The EU conducted an extensive analysis of market developments concerning the electric vehicle sector, considered its strategic importance to the EU economy as a whole and took into account the imminent threat of injury to an already vulnerable EU industry due to increased subsidised low-priced imports, to reach to a conclusion that there exists a “special circumstance” that necessitated it to take suo-moto action. Without going into the merits of the reasons provided, the brief explanation of the circumstances, prima facie, constitutes “special circumstances”.


However, in the prior investigation concerning synthetic fibre ropes from India, EC mentioned “special circumstances” that existed but did not explain the meaning of the said phrase that prompted self-initiation.


Thus, the EC practice indicates reference of “special circumstances” in its initiation notices but until recently, the explanation was not forthcoming. The Electric Vehicles investigation does provide more explanation on the meaning of the term “special circumstances”, which is a welcome step.


Indian practice:


India’s anti-dumping provisions, on the other hand, are silent on the aspect of “special circumstances”. The pertinent rule states, “Notwithstanding anything contained in sub-rule (1) the designated authority may initiate an investigation suo-moto if it is satisfied from the information received from… or from any other source that sufficient evidence exists as to the existence of the circumstances referred to in clause (b) of sub-rule (3).”[20]


The phrase “notwithstanding anything contained in sub-rule (1)” in fact provides additional powers to the investigating authority to initiate an investigation, not only without any application by domestic industry but also without having to show existence of “special circumstances” as contemplated under the ADA.


Apart from the recent 4 suo-moto anti-dumping investigations initiated by India, India has previously self-initiated 3 anti-dumping investigations[21] and one countervailing duty investigation[22]. However, in none of these investigations, any explanation or reason for suo-moto initiation was provided. In the countervailing duty investigation, the authority noted that the representation received contains information about the steep decline in production in India due to significant increase in imports because of significant subsidies available in the subject countries. Such a reason cannot be treated as “special circumstance” since the very basis of every CVD investigation is the existence of increase in imports causing injury to the domestic industry due alleged subsidisation.


Thus, the Indian jurisprudence does not shed any light on the meaning of the phrase “special circumstances” as there is no domestic requirement, which may very well be against the corresponding provisions of ADA and ASCM.

(ii) Is existence of “special circumstances” a sine qua non for suo-moto initiations?


The WTO Agreements provide for a deviation from the standard provisions for initiation of investigations in “special circumstances”.


As noted previously, Article 11.11 ASCM/Article 5.10 ADA state that the “investigations shall, except in special circumstances, be concluded …..”. The provision makes it clear that such provision may be applied as an exception and not as a routine affair. In contrast, Article 11.6 ASCM and Article 5.6 ADA do not specially state “except for” so as to indicate the exceptional nature of the “special circumstances”. Hence, it is arguable that in terms of Article 11.6 ASCM or Article 5.6 ADA, existence of “special circumstances” is not sine qua non.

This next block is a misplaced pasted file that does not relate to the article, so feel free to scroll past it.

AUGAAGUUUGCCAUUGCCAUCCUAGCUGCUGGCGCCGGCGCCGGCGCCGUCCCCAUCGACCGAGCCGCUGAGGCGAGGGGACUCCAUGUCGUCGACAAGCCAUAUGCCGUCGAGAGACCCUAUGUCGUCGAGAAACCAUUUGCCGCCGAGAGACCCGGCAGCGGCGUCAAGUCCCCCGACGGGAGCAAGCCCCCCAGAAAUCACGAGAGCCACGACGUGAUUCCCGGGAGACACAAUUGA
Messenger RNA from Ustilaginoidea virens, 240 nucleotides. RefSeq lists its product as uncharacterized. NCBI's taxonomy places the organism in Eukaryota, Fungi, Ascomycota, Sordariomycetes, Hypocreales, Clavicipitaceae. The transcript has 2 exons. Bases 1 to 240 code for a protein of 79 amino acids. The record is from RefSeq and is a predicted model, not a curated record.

At the same time, one cannot ignore the specific words used in treaty provision. Had the drafters intended the use of self-initiation as just another method of initiation process, then the phrase “special circumstances” would not have been used. If it is argued that existence of “special circumstances” is not a necessary requirement, then the usage of the phrase itself becomes redundant. A provision cannot be given an interpretation, which renders the words inutile.


For the said reason, due respect must be accorded to the phrase “special circumstances” in Article 11.6 ASCM and Article 5.6 ADA.


EU practice:


EU’s provisions are completely aligned with the ASCM with respect to the initiation process, requiring the Commission to explain the “special circumstances” necessitating the need for self-initiation. Indeed, the EU in its initiation notice in the Electric Vehicles investigation complied with the said requirements by stating the reasons. However, no reasons were provided in previous anti-dumping investigation on synthetic fibre ropes from India, though there was a mere mention of existence of “special circumstances”.


Indian practice:


Indian provisions do not contain the phrase “special circumstances” in respect of suo-moto initiations. Hence, India does not provide any reasons for deviating from the standard procedure.


However, the phrase is used elsewhere in the Indian anti-dumping rules as extracted below:


Anti-dumping provision

17(1) The designated authority shall, within one year from the date of initiation of an investigation, determine as to whether or not the article under investigation is being dumped in India and submit to the Central Government its final finding…


Provided that the Central Government may, [in its discretion in special circumstances] extend further the aforesaid period of one year by six months: